The age of initial consumption affects the likelihood of alcohol dependence later in life. Research compiled in 2008 revealed 50% of children begin drinking by eighth grade. Of the adolescent drinkers, those beginning by 13 increase the risk of developing dependence to alcohol by 38 percent. The risk increases further if the child has a family history of alcoholism. When the adolescent obtains a drivers license consequences for choosing to drink become severe, even deadly. 5,000 people less than 21 die yearly from alcohol-related injuries to include suicide (300), homicide (1,600), and car accidents. To change the age of first exposure influential people to the adolescent, parents, teachers, and schools joining force to monitor, communicate, cooperate, and develop alcohol free opportunities (Meyers, 2008).
Controversies surrounding alcohol consumption and addiction include possible links to childhood Attention Deficit Hyperactivity Disorder and Conduct Disorders. An ongoing longitude study of the controversy has yet to determine if the consumption will lead to abuse or addiction, the mean age of the study was 15 years old (Molina & Pelham, 2003). Other controversies include societal acceptance of alcohol consumption and lack of parental prevention. Raising the legal drinking age is not enough to end all underage drinking. Additionally, the alcohol industry produces fun flavored beverages, similar to soft drinks that are appealing to younger drinkers ("Pre-natal alcohol,” 2007). Another yet heated controversy is whether alcoholism is a disease or a matter of willpower. The basis of disease is the connection to genetics. Many argue alcoholism is a loss of control, suggesting for alcoholics each drink results in drunkenness.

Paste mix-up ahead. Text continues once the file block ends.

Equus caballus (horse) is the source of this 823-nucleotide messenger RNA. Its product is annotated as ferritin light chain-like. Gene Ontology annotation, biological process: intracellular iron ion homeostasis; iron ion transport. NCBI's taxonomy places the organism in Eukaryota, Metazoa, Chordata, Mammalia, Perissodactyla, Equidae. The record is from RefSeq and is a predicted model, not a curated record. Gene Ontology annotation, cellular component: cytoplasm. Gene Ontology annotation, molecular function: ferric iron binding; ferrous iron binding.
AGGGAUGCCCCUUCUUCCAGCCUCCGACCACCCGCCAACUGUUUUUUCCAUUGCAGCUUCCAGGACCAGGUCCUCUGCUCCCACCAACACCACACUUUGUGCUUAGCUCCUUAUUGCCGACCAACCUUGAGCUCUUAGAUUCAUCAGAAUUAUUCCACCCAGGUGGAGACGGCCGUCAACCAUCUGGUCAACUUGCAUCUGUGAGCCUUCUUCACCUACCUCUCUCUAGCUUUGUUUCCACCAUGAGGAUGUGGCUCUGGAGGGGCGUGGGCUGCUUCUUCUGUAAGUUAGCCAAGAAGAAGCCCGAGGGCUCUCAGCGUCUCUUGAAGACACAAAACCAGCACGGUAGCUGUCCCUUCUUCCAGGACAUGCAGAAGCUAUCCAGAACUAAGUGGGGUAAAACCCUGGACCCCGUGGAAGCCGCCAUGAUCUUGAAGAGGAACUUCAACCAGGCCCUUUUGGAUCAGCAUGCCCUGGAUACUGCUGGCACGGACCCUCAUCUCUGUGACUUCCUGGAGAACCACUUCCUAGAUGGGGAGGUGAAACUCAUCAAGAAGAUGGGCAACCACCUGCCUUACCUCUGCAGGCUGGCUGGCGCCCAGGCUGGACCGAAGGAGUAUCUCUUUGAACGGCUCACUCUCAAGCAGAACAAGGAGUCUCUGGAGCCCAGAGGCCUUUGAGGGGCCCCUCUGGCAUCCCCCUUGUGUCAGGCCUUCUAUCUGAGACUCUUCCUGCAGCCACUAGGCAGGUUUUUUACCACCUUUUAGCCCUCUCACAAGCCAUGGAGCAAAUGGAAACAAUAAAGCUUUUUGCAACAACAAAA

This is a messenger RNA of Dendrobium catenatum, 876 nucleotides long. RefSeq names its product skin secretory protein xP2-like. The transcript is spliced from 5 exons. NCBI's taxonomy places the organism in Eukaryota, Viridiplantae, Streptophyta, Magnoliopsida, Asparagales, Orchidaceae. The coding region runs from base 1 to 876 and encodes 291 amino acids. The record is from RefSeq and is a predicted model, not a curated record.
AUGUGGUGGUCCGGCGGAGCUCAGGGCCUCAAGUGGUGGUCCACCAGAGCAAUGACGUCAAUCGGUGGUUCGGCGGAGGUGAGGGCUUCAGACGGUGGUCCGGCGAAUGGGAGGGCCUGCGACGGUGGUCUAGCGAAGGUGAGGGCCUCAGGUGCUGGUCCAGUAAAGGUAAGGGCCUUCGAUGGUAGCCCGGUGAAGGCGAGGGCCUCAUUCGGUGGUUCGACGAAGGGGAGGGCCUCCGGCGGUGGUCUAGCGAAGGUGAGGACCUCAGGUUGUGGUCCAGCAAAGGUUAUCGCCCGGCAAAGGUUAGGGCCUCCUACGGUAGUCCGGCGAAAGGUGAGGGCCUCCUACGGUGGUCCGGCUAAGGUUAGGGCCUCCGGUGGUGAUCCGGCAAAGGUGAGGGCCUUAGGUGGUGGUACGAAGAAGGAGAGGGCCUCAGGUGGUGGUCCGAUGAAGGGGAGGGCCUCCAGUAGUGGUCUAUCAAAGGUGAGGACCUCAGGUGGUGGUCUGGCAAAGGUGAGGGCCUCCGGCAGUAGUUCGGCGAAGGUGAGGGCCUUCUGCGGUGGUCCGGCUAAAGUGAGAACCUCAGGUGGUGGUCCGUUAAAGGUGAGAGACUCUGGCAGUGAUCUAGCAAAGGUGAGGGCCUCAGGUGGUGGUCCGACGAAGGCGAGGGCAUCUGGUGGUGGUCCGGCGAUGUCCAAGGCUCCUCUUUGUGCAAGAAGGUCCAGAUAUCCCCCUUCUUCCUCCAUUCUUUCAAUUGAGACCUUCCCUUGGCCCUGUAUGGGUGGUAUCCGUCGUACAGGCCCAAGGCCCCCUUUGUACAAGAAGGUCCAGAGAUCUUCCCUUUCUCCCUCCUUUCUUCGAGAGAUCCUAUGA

Nature and nurture play equal roles in the development of alcoholism, professionals cannot determine if it is a disease or a vice, and alcoholic behaviors ruin families. If alcoholism is not genetic, unborn children are affected by the mothers drinking. Once the children are born the home and family contributes to the development of alcoholism. An age old problem has resulted in vast research and few concrete conclusions. Researchers determine a 50% likelihood of development of alcoholism as a result of nature and 50% as a result of nurture. The shift should swing toward preventative measures in the form of abstinence training for youth and recovery techniques for the practicing alcoholic.
Molina, B., & Pelham, W. (2003). Childhood predictors of adolescent substance use in a longitudinal study of children with ADHD. Journal of Abnormal Psychology, 112, 497-507. doi: 10.1037/0021-843x.112.3.497